• This category focused on the extent to which
    residents maintained an interest in external
    events and current affairs. Some respondents
    were either too frail or ill for this to be a
    priority their physical comfort was their major
    concern. Among the fitter residents there were
    noticeable differences across sites in their
    general interest in and connectedness to the
    world outside the facility
  • Im able to keep in touch with the outside world
    with the paper ... (YW1 Resident 02, Private)
  • I couldnt tell you what day it is (GN1
    Resident 05, Public)

Resident-Staff Relationships
  • Resident respondents described staff they liked
    as friendly and interested in them. They
    valued opportunities to chat with staff and were
    particularly pleased when staff shared personal
    information as opposed to care related
    information only. This could be as trivial as
    what they did last night but to resident
    respondents this was a sign that they had forged
    a special relationship. It is possible that
    staff sharing this kind of information helped
    equalise the relationship as it mirrored the give
    and take of normal interaction and friendship.
    Continuity of staff made it easier for resident
    respondents to build a relationship with staff as
    it provided greater opportunity for chatting and
    sharing information.
  • Ive visited nursing homes before we came in you
    know, visiting neighbours and there was all,
    there was nobody talking to anybody Its
    different here, the, nurses come up there, they
    just come up for a bit of slag . (LCI Resident
    15, Private)

Resident-Resident Relationships
  • This category focused on resident relationships
    and the factors that influenced the level of
    interaction. In some facilities residents were
    friendly, tolerant of one another and there was a
    strong sense of collegiality. They clearly
    enjoyed one anothers company made the most of
    what was on offer by joining in the activities,
    laughed at one anothers jokes and viewed a
    falling out as a normal part of life. In others
    relationships appeared strained and respondents
    reported keeping to themselves.
  • we (residents) have a laugh you know its
    not like your family but you make them your
    family (PK3 Resident 05, Public)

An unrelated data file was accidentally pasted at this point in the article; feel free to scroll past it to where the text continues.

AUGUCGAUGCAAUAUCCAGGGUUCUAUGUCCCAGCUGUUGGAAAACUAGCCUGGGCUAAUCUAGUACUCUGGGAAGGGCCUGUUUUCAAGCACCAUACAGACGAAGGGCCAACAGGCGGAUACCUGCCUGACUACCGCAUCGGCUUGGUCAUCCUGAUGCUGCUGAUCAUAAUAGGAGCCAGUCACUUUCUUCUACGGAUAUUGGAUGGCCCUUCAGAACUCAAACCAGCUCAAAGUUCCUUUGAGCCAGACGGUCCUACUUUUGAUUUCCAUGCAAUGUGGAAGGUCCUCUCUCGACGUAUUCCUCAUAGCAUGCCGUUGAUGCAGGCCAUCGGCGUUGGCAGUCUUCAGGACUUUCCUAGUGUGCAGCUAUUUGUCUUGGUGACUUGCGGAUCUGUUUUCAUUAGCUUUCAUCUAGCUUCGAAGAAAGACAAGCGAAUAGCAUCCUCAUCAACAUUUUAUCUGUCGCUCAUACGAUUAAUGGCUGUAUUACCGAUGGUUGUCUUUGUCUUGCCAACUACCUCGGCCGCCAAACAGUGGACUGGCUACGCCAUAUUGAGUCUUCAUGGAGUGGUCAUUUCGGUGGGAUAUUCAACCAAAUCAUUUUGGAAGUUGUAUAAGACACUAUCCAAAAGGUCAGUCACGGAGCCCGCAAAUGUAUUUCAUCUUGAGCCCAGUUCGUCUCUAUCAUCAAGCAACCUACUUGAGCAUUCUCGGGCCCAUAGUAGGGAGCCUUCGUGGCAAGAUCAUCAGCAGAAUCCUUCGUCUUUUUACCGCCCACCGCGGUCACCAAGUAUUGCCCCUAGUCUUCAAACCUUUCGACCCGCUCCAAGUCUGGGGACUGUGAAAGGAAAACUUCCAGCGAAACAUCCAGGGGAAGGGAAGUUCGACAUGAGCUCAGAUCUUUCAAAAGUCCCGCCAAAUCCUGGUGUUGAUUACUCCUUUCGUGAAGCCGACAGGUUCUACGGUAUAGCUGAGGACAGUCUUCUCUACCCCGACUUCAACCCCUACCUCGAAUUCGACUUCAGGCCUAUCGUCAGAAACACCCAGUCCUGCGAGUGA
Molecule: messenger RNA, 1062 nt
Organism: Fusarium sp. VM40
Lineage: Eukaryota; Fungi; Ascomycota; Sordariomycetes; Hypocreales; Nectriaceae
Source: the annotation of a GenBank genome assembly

• Int Have you made friends here at all?
  • Some Not a whole lot, because this place is
    really for the poorer class and I dont like
    being stuck in with them because they think Im
    too, Im too swanky altogether for them. (YW5
    Resident 02, Private

Residents perspectives of Living with People with
  • Some resident respondents who were mentally alert
    tended to avoid those who were confused. Several
    issues seemed to impact on this behaviour. Some
    respondents were frustrated by having to answer
    the same questions or hear the same story over
    and over, or were disturbed by the repetitive
    behaviour of those with dementia. Others saw
    themselves as lucky because there were others
    worse off than themselves. At its most extreme,
    some respondents were not merely irritated by
    other residents with dementia but were frightened
    of them. There were instances where respondents
    had been attacked and hit.

Resident Care and Concern
  • Some residents understood and had real compassion
    for residents with dementia and tried to help.
  • Well you get to know them (people with dementia)
    and you feel sorry for them now, and well you do
    your best, you know, and theyll always say did I
    tell you this before and rather than annoy them
    you say no what was it it might annoy some
    people but I dont think it annoys anyone here.
    (YW3 Resident 01, Private)

Family and Community Connections
  • Family and community connections were also very
    important to respondents. Visits from family and
    friends were very important to residents. Visits
    helped maintain family bonds and kept the older
    person in touch with what was happening at home
    and in the local community. Connectedness to
    family and community was important in maintaining
  • I was living up the road and have a lot of
    friends around its far better than what other
    people have. my sister comes three times a day
    . (YW4 Resident 04, Private)
  • I would like to be allowed to bring my youngest
    (grandchildren) in . (YW5 Resident 02,

Connectedness Dementia
  • Family Vital link to the past fostering and
    maintaining relationships key
  • Links to the past Importance of photographs,
    biographical interview
  • Resident-Resident relationship Ethos of
    tolerance and concern but also appropriate spaces
    for social activities and privacy. May be useful
    to have resident education on dementia.
  • Care Staff Continuity of care crucial, important
    that staff know residents with dementia well.

Meaningful Activities
  • This theme explored the opportunities for
    residents to pursue meaningful and purposeful
    activities. It focuses residents perceptions of
    the activities available within long-term care.